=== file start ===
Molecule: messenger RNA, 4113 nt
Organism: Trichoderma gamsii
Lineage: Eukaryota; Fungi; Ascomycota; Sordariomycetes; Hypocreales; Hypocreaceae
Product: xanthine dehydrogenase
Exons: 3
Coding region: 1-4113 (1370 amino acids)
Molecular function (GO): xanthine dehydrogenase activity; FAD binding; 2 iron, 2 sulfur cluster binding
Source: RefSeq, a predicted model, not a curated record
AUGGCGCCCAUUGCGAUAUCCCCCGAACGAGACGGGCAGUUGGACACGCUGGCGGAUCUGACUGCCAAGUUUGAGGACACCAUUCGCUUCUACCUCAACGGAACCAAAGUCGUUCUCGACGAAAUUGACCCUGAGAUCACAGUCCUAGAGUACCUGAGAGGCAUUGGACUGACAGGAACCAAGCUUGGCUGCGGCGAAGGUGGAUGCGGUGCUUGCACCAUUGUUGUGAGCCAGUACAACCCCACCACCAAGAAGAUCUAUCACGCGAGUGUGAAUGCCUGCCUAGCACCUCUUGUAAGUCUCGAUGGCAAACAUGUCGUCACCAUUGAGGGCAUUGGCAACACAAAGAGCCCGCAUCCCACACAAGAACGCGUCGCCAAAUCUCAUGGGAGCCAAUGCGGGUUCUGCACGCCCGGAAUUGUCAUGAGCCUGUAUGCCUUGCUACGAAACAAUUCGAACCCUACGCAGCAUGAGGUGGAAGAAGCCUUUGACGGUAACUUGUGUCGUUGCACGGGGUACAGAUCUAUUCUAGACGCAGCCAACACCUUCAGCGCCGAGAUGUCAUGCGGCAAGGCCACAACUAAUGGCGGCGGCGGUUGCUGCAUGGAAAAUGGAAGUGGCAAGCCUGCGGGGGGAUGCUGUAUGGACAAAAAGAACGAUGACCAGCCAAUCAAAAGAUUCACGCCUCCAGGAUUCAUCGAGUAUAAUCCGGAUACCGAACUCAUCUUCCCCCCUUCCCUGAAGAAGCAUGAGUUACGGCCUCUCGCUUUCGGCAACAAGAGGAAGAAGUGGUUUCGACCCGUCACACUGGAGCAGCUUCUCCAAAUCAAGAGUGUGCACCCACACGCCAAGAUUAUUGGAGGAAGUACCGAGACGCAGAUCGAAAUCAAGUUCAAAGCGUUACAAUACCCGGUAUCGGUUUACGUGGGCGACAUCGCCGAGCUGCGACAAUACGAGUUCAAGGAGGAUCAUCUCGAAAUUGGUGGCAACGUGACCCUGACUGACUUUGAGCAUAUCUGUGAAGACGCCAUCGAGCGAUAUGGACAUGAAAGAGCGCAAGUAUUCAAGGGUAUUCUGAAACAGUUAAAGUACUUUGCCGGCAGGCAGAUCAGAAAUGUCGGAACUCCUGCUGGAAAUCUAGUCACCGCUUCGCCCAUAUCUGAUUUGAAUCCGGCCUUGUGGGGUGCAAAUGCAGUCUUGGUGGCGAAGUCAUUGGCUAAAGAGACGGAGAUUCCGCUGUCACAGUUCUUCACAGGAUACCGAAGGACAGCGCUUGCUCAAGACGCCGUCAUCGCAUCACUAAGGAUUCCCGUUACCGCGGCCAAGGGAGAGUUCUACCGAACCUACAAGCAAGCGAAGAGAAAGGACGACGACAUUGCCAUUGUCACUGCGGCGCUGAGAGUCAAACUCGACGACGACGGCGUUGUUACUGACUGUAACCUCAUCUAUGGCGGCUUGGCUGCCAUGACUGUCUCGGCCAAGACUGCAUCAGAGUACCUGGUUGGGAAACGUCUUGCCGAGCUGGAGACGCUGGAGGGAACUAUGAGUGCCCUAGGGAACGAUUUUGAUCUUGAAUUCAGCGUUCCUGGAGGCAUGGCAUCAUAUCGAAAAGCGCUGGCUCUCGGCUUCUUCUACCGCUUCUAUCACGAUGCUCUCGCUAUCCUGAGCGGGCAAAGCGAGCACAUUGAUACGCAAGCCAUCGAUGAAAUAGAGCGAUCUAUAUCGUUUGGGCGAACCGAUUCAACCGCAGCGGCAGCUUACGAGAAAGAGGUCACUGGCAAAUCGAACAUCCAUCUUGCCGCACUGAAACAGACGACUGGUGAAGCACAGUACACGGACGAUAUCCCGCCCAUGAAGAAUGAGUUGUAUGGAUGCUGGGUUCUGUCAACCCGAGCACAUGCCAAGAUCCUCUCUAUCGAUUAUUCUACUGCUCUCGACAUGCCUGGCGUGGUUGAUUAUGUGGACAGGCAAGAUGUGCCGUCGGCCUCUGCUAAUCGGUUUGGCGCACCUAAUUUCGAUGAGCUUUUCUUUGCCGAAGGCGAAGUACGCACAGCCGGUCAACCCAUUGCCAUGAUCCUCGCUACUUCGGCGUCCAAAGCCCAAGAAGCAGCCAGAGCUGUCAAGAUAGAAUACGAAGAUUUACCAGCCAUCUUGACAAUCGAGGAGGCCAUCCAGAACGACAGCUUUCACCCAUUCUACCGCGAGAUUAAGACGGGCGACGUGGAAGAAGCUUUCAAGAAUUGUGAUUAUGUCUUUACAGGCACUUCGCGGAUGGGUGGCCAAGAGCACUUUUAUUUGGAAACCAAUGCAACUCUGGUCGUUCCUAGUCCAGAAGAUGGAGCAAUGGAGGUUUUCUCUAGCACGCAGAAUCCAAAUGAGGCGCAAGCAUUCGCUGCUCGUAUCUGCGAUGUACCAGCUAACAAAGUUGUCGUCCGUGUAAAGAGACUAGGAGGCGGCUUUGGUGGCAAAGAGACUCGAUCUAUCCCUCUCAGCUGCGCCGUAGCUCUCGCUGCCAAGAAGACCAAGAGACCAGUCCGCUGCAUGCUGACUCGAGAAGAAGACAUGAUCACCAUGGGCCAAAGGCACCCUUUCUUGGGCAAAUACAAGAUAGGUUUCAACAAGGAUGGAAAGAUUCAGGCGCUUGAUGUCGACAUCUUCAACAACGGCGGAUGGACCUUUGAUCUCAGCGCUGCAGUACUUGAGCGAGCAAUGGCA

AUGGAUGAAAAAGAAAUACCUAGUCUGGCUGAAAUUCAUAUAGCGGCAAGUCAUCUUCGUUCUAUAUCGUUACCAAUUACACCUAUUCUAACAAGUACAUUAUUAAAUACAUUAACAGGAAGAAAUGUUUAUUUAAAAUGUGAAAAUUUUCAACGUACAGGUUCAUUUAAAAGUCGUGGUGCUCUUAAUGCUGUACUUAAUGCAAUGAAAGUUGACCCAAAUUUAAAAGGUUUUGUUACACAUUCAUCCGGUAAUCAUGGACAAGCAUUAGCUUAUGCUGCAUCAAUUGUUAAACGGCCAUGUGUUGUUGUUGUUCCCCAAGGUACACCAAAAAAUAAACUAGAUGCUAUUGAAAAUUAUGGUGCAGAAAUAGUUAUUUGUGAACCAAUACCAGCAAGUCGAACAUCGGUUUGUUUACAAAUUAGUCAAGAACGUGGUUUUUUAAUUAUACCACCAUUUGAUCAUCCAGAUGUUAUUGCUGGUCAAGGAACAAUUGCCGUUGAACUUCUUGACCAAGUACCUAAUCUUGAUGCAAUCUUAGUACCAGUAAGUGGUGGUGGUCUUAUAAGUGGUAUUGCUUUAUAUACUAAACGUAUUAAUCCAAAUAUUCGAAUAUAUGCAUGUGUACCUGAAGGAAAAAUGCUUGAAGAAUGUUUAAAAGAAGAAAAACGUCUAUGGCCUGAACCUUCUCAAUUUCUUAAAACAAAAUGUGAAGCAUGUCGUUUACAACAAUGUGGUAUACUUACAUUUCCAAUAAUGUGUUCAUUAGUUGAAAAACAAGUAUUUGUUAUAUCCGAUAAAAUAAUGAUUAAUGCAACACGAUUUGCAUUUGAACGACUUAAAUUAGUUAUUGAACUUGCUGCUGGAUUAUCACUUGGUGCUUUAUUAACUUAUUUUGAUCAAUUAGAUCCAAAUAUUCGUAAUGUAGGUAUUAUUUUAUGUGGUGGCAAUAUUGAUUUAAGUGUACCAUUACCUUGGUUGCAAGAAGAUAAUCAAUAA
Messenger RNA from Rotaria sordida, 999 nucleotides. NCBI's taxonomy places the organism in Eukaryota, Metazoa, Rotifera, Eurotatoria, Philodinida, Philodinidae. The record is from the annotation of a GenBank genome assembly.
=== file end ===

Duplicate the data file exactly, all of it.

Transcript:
Molecule: messenger RNA, 4113 nt
Organism: Trichoderma gamsii
Lineage: Eukaryota; Fungi; Ascomycota; Sordariomycetes; Hypocreales; Hypocreaceae
Product: xanthine dehydrogenase
Exons: 3
Coding region: 1-4113 (1370 amino acids)
Molecular function (GO): xanthine dehydrogenase activity; FAD binding; 2 iron, 2 sulfur cluster binding
Source: RefSeq, a predicted model, not a curated record
AUGGCGCCCAUUGCGAUAUCCCCCGAACGAGACGGGCAGUUGGACACGCUGGCGGAUCUGACUGCCAAGUUUGAGGACACCAUUCGCUUCUACCUCAACGGAACCAAAGUCGUUCUCGACGAAAUUGACCCUGAGAUCACAGUCCUAGAGUACCUGAGAGGCAUUGGACUGACAGGAACCAAGCUUGGCUGCGGCGAAGGUGGAUGCGGUGCUUGCACCAUUGUUGUGAGCCAGUACAACCCCACCACCAAGAAGAUCUAUCACGCGAGUGUGAAUGCCUGCCUAGCACCUCUUGUAAGUCUCGAUGGCAAACAUGUCGUCACCAUUGAGGGCAUUGGCAACACAAAGAGCCCGCAUCCCACACAAGAACGCGUCGCCAAAUCUCAUGGGAGCCAAUGCGGGUUCUGCACGCCCGGAAUUGUCAUGAGCCUGUAUGCCUUGCUACGAAACAAUUCGAACCCUACGCAGCAUGAGGUGGAAGAAGCCUUUGACGGUAACUUGUGUCGUUGCACGGGGUACAGAUCUAUUCUAGACGCAGCCAACACCUUCAGCGCCGAGAUGUCAUGCGGCAAGGCCACAACUAAUGGCGGCGGCGGUUGCUGCAUGGAAAAUGGAAGUGGCAAGCCUGCGGGGGGAUGCUGUAUGGACAAAAAGAACGAUGACCAGCCAAUCAAAAGAUUCACGCCUCCAGGAUUCAUCGAGUAUAAUCCGGAUACCGAACUCAUCUUCCCCCCUUCCCUGAAGAAGCAUGAGUUACGGCCUCUCGCUUUCGGCAACAAGAGGAAGAAGUGGUUUCGACCCGUCACACUGGAGCAGCUUCUCCAAAUCAAGAGUGUGCACCCACACGCCAAGAUUAUUGGAGGAAGUACCGAGACGCAGAUCGAAAUCAAGUUCAAAGCGUUACAAUACCCGGUAUCGGUUUACGUGGGCGACAUCGCCGAGCUGCGACAAUACGAGUUCAAGGAGGAUCAUCUCGAAAUUGGUGGCAACGUGACCCUGACUGACUUUGAGCAUAUCUGUGAAGACGCCAUCGAGCGAUAUGGACAUGAAAGAGCGCAAGUAUUCAAGGGUAUUCUGAAACAGUUAAAGUACUUUGCCGGCAGGCAGAUCAGAAAUGUCGGAACUCCUGCUGGAAAUCUAGUCACCGCUUCGCCCAUAUCUGAUUUGAAUCCGGCCUUGUGGGGUGCAAAUGCAGUCUUGGUGGCGAAGUCAUUGGCUAAAGAGACGGAGAUUCCGCUGUCACAGUUCUUCACAGGAUACCGAAGGACAGCGCUUGCUCAAGACGCCGUCAUCGCAUCACUAAGGAUUCCCGUUACCGCGGCCAAGGGAGAGUUCUACCGAACCUACAAGCAAGCGAAGAGAAAGGACGACGACAUUGCCAUUGUCACUGCGGCGCUGAGAGUCAAACUCGACGACGACGGCGUUGUUACUGACUGUAACCUCAUCUAUGGCGGCUUGGCUGCCAUGACUGUCUCGGCCAAGACUGCAUCAGAGUACCUGGUUGGGAAACGUCUUGCCGAGCUGGAGACGCUGGAGGGAACUAUGAGUGCCCUAGGGAACGAUUUUGAUCUUGAAUUCAGCGUUCCUGGAGGCAUGGCAUCAUAUCGAAAAGCGCUGGCUCUCGGCUUCUUCUACCGCUUCUAUCACGAUGCUCUCGCUAUCCUGAGCGGGCAAAGCGAGCACAUUGAUACGCAAGCCAUCGAUGAAAUAGAGCGAUCUAUAUCGUUUGGGCGAACCGAUUCAACCGCAGCGGCAGCUUACGAGAAAGAGGUCACUGGCAAAUCGAACAUCCAUCUUGCCGCACUGAAACAGACGACUGGUGAAGCACAGUACACGGACGAUAUCCCGCCCAUGAAGAAUGAGUUGUAUGGAUGCUGGGUUCUGUCAACCCGAGCACAUGCCAAGAUCCUCUCUAUCGAUUAUUCUACUGCUCUCGACAUGCCUGGCGUGGUUGAUUAUGUGGACAGGCAAGAUGUGCCGUCGGCCUCUGCUAAUCGGUUUGGCGCACCUAAUUUCGAUGAGCUUUUCUUUGCCGAAGGCGAAGUACGCACAGCCGGUCAACCCAUUGCCAUGAUCCUCGCUACUUCGGCGUCCAAAGCCCAAGAAGCAGCCAGAGCUGUCAAGAUAGAAUACGAAGAUUUACCAGCCAUCUUGACAAUCGAGGAGGCCAUCCAGAACGACAGCUUUCACCCAUUCUACCGCGAGAUUAAGACGGGCGACGUGGAAGAAGCUUUCAAGAAUUGUGAUUAUGUCUUUACAGGCACUUCGCGGAUGGGUGGCCAAGAGCACUUUUAUUUGGAAACCAAUGCAACUCUGGUCGUUCCUAGUCCAGAAGAUGGAGCAAUGGAGGUUUUCUCUAGCACGCAGAAUCCAAAUGAGGCGCAAGCAUUCGCUGCUCGUAUCUGCGAUGUACCAGCUAACAAAGUUGUCGUCCGUGUAAAGAGACUAGGAGGCGGCUUUGGUGGCAAAGAGACUCGAUCUAUCCCUCUCAGCUGCGCCGUAGCUCUCGCUGCCAAGAAGACCAAGAGACCAGUCCGCUGCAUGCUGACUCGAGAAGAAGACAUGAUCACCAUGGGCCAAAGGCACCCUUUCUUGGGCAAAUACAAGAUAGGUUUCAACAAGGAUGGAAAGAUUCAGGCGCUUGAUGUCGACAUCUUCAACAACGGCGGAUGGACCUUUGAUCUCAGCGCUGCAGUACUUGAGCGAGCAAUGGCA

AUGGAUGAAAAAGAAAUACCUAGUCUGGCUGAAAUUCAUAUAGCGGCAAGUCAUCUUCGUUCUAUAUCGUUACCAAUUACACCUAUUCUAACAAGUACAUUAUUAAAUACAUUAACAGGAAGAAAUGUUUAUUUAAAAUGUGAAAAUUUUCAACGUACAGGUUCAUUUAAAAGUCGUGGUGCUCUUAAUGCUGUACUUAAUGCAAUGAAAGUUGACCCAAAUUUAAAAGGUUUUGUUACACAUUCAUCCGGUAAUCAUGGACAAGCAUUAGCUUAUGCUGCAUCAAUUGUUAAACGGCCAUGUGUUGUUGUUGUUCCCCAAGGUACACCAAAAAAUAAACUAGAUGCUAUUGAAAAUUAUGGUGCAGAAAUAGUUAUUUGUGAACCAAUACCAGCAAGUCGAACAUCGGUUUGUUUACAAAUUAGUCAAGAACGUGGUUUUUUAAUUAUACCACCAUUUGAUCAUCCAGAUGUUAUUGCUGGUCAAGGAACAAUUGCCGUUGAACUUCUUGACCAAGUACCUAAUCUUGAUGCAAUCUUAGUACCAGUAAGUGGUGGUGGUCUUAUAAGUGGUAUUGCUUUAUAUACUAAACGUAUUAAUCCAAAUAUUCGAAUAUAUGCAUGUGUACCUGAAGGAAAAAUGCUUGAAGAAUGUUUAAAAGAAGAAAAACGUCUAUGGCCUGAACCUUCUCAAUUUCUUAAAACAAAAUGUGAAGCAUGUCGUUUACAACAAUGUGGUAUACUUACAUUUCCAAUAAUGUGUUCAUUAGUUGAAAAACAAGUAUUUGUUAUAUCCGAUAAAAUAAUGAUUAAUGCAACACGAUUUGCAUUUGAACGACUUAAAUUAGUUAUUGAACUUGCUGCUGGAUUAUCACUUGGUGCUUUAUUAACUUAUUUUGAUCAAUUAGAUCCAAAUAUUCGUAAUGUAGGUAUUAUUUUAUGUGGUGGCAAUAUUGAUUUAAGUGUACCAUUACCUUGGUUGCAAGAAGAUAAUCAAUAA
Messenger RNA from Rotaria sordida, 999 nucleotides. NCBI's taxonomy places the organism in Eukaryota, Metazoa, Rotifera, Eurotatoria, Philodinida, Philodinidae. The record is from the annotation of a GenBank genome assembly.